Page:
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1-3 Safety Culture

A safety culture is an essential part of any safety program, including process safety, laboratory safety, personal safety, or any safety program. Table 1-1 provides the CCPS’s definition of process safety culture. Almost all accidents, whether large or small, can be attributed to a failure of safety culture, since the safety culture is such an essential and over-reaching part of any safety program.

Klein and Vaughen1 provide a very extensive discussion of safety culture. They define safety culture as “the normal way things are done at a facility, company, or organization, reflecting expected organizational values, beliefs, and behaviors, that set the priority, commitment and resource levels for safety programs and performance.” The same authors also provide a list of essential features for safety culture, as derived from the CCPS sources; these features are shown in Table 1-4.

Mannan et al.2 found the following important elements of a best-in-class safety program: leadership; culture and values; goals, policies, and initiative; organization and structure; employee engagement and behaviors; resource allocation and performance management; systems, standards, and processes; metrics and reporting; continuous learning; and verification and auditing. These elements are similar to those provided in Table 1-4.

Table 1-4 Essential Features of Safety Culture

  • Establish process safety as a core value.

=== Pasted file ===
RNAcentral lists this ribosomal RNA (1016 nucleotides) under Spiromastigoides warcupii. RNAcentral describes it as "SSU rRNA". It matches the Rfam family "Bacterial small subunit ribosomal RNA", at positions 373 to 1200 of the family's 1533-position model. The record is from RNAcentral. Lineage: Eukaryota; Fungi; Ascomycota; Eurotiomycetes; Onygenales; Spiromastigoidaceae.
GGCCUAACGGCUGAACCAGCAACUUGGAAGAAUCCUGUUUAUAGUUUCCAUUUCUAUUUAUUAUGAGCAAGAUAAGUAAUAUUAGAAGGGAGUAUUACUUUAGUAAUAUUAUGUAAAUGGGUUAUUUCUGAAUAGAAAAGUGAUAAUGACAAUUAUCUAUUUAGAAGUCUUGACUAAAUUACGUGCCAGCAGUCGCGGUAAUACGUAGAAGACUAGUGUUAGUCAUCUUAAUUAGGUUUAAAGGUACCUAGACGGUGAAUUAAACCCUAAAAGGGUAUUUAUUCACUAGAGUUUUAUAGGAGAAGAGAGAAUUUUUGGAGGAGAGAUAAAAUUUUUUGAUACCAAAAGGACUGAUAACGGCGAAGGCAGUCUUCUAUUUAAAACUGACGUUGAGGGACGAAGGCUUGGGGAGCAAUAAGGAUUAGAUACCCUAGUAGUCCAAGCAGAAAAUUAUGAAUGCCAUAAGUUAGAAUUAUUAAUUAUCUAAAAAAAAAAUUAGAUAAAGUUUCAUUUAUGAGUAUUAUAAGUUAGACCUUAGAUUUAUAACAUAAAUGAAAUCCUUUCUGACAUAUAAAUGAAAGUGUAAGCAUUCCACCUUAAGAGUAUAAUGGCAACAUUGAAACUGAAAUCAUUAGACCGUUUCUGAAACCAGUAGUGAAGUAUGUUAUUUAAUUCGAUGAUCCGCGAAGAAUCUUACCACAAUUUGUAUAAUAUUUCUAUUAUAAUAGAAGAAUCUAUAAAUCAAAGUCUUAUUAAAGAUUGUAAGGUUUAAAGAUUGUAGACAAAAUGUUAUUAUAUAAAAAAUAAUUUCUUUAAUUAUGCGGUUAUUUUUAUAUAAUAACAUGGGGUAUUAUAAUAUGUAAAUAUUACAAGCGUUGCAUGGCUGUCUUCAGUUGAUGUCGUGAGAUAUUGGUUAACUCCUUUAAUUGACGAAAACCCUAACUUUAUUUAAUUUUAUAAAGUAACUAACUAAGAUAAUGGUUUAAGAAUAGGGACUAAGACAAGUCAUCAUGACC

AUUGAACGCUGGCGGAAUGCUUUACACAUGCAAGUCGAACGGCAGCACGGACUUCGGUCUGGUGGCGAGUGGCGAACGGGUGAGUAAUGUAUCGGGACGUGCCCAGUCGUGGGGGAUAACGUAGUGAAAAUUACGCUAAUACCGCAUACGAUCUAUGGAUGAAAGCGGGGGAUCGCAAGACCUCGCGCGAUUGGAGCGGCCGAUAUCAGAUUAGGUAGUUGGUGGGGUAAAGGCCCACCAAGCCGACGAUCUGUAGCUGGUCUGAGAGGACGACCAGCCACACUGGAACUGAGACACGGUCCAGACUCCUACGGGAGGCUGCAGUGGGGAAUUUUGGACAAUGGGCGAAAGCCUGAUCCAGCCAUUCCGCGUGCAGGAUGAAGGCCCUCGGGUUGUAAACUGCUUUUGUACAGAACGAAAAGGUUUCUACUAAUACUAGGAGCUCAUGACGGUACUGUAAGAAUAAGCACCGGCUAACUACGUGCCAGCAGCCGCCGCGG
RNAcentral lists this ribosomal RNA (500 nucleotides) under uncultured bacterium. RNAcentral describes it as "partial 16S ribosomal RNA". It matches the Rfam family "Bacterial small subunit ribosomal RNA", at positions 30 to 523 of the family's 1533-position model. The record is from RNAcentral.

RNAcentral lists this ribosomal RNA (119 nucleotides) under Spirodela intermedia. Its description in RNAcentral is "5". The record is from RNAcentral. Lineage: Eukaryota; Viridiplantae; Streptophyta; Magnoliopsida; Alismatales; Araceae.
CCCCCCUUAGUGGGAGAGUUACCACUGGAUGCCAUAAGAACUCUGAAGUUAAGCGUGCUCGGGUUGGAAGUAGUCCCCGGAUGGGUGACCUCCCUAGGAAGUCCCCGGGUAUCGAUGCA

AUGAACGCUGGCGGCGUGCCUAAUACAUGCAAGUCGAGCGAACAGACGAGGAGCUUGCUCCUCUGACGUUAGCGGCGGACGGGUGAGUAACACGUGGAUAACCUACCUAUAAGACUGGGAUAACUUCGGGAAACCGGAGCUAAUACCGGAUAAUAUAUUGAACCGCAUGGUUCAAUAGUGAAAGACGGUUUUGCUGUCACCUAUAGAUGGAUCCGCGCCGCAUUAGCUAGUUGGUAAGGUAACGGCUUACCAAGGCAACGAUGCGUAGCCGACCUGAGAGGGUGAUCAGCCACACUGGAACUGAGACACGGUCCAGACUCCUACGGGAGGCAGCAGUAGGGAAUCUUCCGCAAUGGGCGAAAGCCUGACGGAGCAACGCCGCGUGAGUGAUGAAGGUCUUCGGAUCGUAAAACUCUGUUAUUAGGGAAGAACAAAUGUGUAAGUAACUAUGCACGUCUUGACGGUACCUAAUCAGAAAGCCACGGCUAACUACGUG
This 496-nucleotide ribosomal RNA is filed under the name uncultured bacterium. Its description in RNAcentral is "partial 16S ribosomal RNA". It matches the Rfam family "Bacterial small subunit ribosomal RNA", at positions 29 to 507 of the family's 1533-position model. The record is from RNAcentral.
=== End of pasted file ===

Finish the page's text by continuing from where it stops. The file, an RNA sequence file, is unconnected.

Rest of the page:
Core values are deeply held beliefs that are beyond compromise.

    Establish process safety as a core value in vision and mission statements, by clear and constant communication.

    Implement cultural activities that reinforce desired beliefs and behaviors, such as beginning all meetings with a safety moment.

  • Provide strong leadership.

    Strong process safety leadership must be based on:

    Understanding and valuing process safety.

    Sharing personal commitment with others by displaying desired behaviors.

    Providing resources.

    Involving and supporting safety personnel.

    Consistently considering risk management in day-to-day decision making.

  • Establish and enforce high standards of performance.

    Provide clear and consistent expectations, including in annual individual performance reviews.

    Follow safety systems and operating procedures without tolerating intentional shortcuts or other violations of requirements.

  • Document the process safety culture emphasis and approach.

    Document safety culture core values, expectations, responsibilities, and accountabilities, including mechanisms for periodically evaluating and sustaining a strong culture.

  • Maintain a sense of vulnerability.

    Provide systems and training to:

    Develop awareness and respect for process hazards and potential process incidents to prevent complacency.

    Ensure appropriate sensitivity to operations, including recognition of possible warning signs.

    Ensure effective incident investigations.

    Provide records of historical incidents.

  • Empower individuals to successfully fulfill their responsibilities.

    Ensure personnel are trained in all aspects of their roles.